Small Engine Problems? Ask an Engine Mechanic for Answers ASAP
Most likely you have a fuel delivery or fuel quality problem.
As engines sit or get older, fuel that is left in the carburetor can turn to gum and varnish and cause this and other problems.
Also, any gasoline that was left in a gas can for a period of more than 30 days must be discarded because it also has begun to turn to varnish.
Today's gasolines contain MTBE and alcohol. (Ethanol) They turn to "Junk and garbage" very quickly. Alcohol absorbs water. And they call it "Oxygenated fuels! It is the oxygen (and the water) that breaks down the organic compounds in the fuel and turns the gas to "Garbage" (Gum and varnish) The fuels we had just a few years ago had no alcohol in it and would store for longer periods of time before going stale.
Fuel stabilizers do almost nothing to prevent the fuel from going bad with the changes in today's fuels. The whole point of a fuel stabilizer is to form an oily film on the surface of stored gasoline whether in the tank or in a gas can. The idea was to keep oxygen away from the gasoline to prevent breakdown. Since the fuel is already oxygenated, the fuel stabilizer concept is null and void. These fuels start to degrade immediately upon the addition of the ethanol.
Do not buy gas from the "Discount" Stations. The discount stations get a reduced price on gas because they may be buying fuel that is nearly 30 days old already. You may be getting fuel that's nearly stale right from the pump when buying from a discount station. Purchase your fuel from the well-known stations such as Shell, BP, Sonoco, Phillips 66 etc.
More than 70% of all of our repairs in our small engine repair business are due to these same issues. You most likely have dirt, gum, varnish...etc in your carburetor plugging up the small passageways and jets in the carburetor.
The carburetor will need to be cleaned and overhauled as well as the rest of the fuel system.
In an Emergency such as a blizzard or needing to finish the final two holes of the best game of your life, where you cannot get out to buy a carburetor kit until the plows come through, or during an emergency power outage and you need a generator running even if it runs poorly, you might try the following if your carburetor is the type that has a bowl. Sometimes this procedure works:
While the carburetor is still mounted to the engine:
You may be able to finish the job at hand then clean and overhaul the carburetor correctly when you have more time and a new carburetor overhaul kit.
If you don't feel comfortable with these kinds of repairs, or if the carburetor still doesn't work correctly after your attempt, I would suggest sending it to a profession repair shop with a reputation for having friendly, knowledgeable, experienced service technicians. It would be best to take it to someone who has an "Ultra-sonic" cleaning machine. This machine uses a very mild carburetor cleaner in concert with ultrasonic vibrations to get the very small passageways clean. This method is very effective even when traditional methods fail.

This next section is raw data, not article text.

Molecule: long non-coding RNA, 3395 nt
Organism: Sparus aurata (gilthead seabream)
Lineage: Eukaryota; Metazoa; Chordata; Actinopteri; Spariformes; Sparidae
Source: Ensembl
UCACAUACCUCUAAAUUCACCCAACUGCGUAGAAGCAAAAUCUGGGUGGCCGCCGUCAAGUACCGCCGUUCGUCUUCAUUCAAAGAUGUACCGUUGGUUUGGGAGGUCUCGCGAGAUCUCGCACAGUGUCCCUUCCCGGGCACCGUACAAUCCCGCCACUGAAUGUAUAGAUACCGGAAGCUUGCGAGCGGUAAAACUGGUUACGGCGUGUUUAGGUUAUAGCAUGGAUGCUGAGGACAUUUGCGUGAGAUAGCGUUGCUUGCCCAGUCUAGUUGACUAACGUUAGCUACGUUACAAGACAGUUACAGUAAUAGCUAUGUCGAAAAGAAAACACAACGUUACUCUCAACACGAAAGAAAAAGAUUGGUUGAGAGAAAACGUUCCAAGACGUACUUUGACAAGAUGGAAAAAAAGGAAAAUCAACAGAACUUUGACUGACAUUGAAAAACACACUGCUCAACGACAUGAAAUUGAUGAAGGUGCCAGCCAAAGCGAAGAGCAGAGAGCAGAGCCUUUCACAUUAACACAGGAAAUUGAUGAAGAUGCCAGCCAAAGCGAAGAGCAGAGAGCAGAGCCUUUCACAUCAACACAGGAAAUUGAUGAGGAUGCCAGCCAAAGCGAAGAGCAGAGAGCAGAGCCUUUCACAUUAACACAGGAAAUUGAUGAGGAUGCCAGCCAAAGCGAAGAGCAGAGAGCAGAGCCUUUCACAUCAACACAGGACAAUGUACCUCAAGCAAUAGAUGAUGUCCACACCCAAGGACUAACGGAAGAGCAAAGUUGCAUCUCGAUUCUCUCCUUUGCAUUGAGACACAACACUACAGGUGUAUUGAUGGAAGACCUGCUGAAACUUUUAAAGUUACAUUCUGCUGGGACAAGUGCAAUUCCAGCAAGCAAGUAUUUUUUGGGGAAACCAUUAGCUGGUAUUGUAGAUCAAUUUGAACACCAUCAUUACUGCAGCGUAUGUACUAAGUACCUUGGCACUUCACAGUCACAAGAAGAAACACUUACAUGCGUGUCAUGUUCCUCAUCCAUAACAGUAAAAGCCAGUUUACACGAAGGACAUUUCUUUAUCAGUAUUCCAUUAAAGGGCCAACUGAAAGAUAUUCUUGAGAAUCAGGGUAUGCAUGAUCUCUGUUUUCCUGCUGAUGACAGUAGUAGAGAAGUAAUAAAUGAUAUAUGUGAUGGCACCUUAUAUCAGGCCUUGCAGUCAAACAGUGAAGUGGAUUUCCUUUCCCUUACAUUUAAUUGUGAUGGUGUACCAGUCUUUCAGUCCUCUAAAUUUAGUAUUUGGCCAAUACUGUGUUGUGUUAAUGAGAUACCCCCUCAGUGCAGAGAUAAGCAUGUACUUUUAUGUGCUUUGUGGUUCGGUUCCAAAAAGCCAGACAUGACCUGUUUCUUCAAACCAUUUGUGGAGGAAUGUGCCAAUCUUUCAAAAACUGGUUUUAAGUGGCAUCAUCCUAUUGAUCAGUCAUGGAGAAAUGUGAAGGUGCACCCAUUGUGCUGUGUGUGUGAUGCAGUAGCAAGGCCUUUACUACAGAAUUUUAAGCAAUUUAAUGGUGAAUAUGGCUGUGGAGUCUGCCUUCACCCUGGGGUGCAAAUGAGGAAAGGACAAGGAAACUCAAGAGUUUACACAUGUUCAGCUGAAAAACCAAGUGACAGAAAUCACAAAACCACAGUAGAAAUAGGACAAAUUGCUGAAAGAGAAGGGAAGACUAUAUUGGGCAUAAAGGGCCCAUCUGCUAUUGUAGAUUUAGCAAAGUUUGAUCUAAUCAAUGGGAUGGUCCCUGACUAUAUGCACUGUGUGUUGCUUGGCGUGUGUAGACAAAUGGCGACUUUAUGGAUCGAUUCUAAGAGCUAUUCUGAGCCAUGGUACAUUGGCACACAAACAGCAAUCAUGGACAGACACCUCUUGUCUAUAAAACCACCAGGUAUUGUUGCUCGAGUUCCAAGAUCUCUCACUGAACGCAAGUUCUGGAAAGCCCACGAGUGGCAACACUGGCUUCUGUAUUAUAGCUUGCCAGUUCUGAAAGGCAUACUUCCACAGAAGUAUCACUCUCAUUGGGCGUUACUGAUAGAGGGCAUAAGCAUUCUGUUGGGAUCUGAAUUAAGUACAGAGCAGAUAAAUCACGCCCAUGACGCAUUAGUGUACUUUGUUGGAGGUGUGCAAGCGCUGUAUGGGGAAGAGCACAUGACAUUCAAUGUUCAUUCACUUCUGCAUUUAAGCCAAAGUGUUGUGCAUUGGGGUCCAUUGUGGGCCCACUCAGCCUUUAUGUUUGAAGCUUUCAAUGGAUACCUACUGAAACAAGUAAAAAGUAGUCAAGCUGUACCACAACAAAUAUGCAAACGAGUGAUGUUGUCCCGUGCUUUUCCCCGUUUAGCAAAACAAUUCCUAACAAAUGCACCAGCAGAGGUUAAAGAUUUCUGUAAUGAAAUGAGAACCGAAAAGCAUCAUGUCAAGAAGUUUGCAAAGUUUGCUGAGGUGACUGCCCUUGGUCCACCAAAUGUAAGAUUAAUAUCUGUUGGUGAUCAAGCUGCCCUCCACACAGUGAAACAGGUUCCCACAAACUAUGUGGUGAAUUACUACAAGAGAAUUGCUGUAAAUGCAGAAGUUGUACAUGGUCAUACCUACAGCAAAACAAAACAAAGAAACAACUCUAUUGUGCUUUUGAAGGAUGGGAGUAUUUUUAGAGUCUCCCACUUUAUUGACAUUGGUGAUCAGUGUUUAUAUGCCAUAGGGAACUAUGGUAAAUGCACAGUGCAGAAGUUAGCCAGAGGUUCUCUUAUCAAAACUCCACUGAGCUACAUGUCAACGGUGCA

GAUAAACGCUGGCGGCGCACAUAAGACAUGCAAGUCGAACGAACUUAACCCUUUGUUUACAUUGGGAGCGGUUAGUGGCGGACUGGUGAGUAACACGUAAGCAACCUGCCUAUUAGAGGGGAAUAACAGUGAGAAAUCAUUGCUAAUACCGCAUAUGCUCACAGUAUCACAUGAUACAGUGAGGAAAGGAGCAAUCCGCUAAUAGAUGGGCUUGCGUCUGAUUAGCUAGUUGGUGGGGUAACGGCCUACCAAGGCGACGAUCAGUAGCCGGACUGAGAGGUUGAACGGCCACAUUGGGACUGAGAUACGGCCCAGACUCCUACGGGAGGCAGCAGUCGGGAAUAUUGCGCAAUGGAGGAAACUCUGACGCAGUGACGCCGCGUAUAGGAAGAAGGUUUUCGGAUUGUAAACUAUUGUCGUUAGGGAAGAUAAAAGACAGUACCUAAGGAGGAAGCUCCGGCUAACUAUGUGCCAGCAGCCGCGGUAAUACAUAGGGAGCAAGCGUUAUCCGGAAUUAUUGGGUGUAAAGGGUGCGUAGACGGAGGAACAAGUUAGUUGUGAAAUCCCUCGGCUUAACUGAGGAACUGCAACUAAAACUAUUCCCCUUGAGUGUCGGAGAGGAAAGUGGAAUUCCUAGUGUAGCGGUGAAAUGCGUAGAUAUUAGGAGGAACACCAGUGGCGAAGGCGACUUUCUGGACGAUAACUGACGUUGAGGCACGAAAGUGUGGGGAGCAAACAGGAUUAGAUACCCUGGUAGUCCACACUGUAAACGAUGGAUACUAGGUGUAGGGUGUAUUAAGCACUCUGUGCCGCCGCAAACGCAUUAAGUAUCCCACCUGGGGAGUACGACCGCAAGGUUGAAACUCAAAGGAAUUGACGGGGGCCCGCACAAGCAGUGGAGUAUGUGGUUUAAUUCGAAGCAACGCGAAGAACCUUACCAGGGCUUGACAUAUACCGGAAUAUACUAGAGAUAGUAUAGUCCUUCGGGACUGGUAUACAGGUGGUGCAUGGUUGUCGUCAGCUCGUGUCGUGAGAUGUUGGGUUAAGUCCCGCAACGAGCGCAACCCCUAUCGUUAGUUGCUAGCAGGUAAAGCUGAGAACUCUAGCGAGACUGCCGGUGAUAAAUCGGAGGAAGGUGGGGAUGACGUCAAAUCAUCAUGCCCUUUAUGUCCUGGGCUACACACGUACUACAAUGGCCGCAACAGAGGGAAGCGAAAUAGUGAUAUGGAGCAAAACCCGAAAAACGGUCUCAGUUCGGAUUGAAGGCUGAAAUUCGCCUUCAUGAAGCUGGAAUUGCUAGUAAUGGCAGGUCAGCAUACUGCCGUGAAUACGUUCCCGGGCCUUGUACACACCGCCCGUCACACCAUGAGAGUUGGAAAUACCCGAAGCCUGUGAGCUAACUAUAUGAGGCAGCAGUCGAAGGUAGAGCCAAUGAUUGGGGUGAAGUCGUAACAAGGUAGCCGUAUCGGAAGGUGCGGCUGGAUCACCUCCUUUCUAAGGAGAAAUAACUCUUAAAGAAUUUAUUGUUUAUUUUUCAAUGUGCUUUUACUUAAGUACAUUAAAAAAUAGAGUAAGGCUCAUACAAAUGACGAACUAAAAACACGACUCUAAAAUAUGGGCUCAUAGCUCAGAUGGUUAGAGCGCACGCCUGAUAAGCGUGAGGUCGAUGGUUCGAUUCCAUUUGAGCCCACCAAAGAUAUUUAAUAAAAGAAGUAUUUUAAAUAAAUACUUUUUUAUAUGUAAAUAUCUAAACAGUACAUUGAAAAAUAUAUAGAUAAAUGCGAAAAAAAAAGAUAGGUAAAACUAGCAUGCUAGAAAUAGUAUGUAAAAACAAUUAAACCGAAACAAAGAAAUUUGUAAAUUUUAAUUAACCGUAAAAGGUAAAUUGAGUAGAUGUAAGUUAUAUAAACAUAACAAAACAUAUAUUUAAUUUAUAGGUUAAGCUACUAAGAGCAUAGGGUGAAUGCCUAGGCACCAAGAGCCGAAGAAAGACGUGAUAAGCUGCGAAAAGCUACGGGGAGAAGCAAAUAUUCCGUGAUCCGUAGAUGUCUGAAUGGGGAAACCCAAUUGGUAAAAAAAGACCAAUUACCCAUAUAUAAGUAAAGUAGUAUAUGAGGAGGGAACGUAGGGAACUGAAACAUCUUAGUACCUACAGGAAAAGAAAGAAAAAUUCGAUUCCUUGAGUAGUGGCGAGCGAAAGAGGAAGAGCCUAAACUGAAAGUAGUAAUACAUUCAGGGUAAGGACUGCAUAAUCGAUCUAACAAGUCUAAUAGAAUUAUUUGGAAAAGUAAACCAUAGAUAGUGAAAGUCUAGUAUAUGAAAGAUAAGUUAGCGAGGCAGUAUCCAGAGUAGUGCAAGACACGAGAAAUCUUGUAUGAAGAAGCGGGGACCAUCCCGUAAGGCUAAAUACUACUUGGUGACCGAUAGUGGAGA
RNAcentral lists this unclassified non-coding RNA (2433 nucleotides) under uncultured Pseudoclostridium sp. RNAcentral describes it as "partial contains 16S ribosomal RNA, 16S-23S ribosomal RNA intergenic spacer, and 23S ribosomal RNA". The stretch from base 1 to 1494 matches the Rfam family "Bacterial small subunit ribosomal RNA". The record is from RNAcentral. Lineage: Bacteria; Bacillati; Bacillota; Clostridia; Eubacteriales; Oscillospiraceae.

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Have you checked the compression to see if it is low?
For whatever reason, the unit is running too lean..
It is either not getting enough gas or on the flip side, could be getting too much air.
Make sure there are no air leaks anywhere.
Could be a bad gasket, a warped facing somewhere that a gasket normally is enough to help two surfaces meet.
In old lawn-boy lawnmower engines, it could mean clogged exhaust ports or bad reed valves that are to close on the power stroke.
Could there be a clog in the muffler or exhaust ports?
I do not mean to be disrespectful of your abilities, but I think you may have to look at the possibility that you missed something in cleaning the carburetor. Some tiny port or hole that needs to be soaked, drilled out with a tiny stiff wire, or blown out with air.
Also, the gas does not have to be "in the tank" for longer than 30 days. It could have been stored in a Gas can that long and still have gone bad.
Head Gasket, Intake gasket, cylinder gasket, fuel filter?
Just keep thinking....
Too much air, not enough gas, lack of compression, wrong mixture, fuel quality...
Check to make sure the spark plug is the right one and is perfect. Must ignite at correct temp.
The answer is there.
That is exactly what I am telling you.
Have you ever noticed that the gas prices seem to dip about the same day every week.
Around where I live it is Wednesday (sometimes Thursdays).
The want to make sure they run as close to totally out as they can so they can fill their tanks up with NEW gas.
Then when the tanks are full, the prices go back up.
If at the end of the cycle they do not have much gas left over, they do not lower the prices to get rid of it.
Many of the cheap stations buy gas from the refineries which are nearing the 30 day old mark. When you buy it from these discount stations, the gas is almost already breaking down.
Now days, we call this "just in time processing" and just in time inventory control.
The refineries can store OIL for long periods of time.
The refineries can store the components of gas separately for long periods of time.
The refineries can store the gas for long periods of time before it is blended with alcohol.
As soon as it is blended with the alcohol, the time clock starts because the oxygen in the alcohol starts eating away at the gas, crystallizing it, and turning to varnish and gum.
You do not have trouble in your car, because almost never do you have the same gas in your car longer than 30 days.